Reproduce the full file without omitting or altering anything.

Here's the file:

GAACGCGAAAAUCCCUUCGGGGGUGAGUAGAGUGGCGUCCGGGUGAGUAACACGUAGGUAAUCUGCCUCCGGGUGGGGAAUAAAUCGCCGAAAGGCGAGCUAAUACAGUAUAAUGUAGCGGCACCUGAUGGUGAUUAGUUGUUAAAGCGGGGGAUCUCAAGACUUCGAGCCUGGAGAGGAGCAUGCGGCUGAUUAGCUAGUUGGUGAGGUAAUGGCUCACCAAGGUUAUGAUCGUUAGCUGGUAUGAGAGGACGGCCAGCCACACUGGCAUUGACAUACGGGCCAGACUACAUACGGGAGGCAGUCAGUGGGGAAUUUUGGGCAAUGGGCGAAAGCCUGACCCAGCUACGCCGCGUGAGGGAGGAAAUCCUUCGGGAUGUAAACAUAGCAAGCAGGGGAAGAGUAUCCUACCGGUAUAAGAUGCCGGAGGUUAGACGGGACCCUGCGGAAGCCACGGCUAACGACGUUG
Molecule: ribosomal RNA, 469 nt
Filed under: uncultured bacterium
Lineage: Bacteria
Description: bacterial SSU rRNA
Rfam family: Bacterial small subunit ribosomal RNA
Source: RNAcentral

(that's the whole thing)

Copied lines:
GAACGCGAAAAUCCCUUCGGGGGUGAGUAGAGUGGCGUCCGGGUGAGUAACACGUAGGUAAUCUGCCUCCGGGUGGGGAAUAAAUCGCCGAAAGGCGAGCUAAUACAGUAUAAUGUAGCGGCACCUGAUGGUGAUUAGUUGUUAAAGCGGGGGAUCUCAAGACUUCGAGCCUGGAGAGGAGCAUGCGGCUGAUUAGCUAGUUGGUGAGGUAAUGGCUCACCAAGGUUAUGAUCGUUAGCUGGUAUGAGAGGACGGCCAGCCACACUGGCAUUGACAUACGGGCCAGACUACAUACGGGAGGCAGUCAGUGGGGAAUUUUGGGCAAUGGGCGAAAGCCUGACCCAGCUACGCCGCGUGAGGGAGGAAAUCCUUCGGGAUGUAAACAUAGCAAGCAGGGGAAGAGUAUCCUACCGGUAUAAGAUGCCGGAGGUUAGACGGGACCCUGCGGAAGCCACGGCUAACGACGUUG
Molecule: ribosomal RNA, 469 nt
Filed under: uncultured bacterium
Lineage: Bacteria
Description: bacterial SSU rRNA
Rfam family: Bacterial small subunit ribosomal RNA
Source: RNAcentral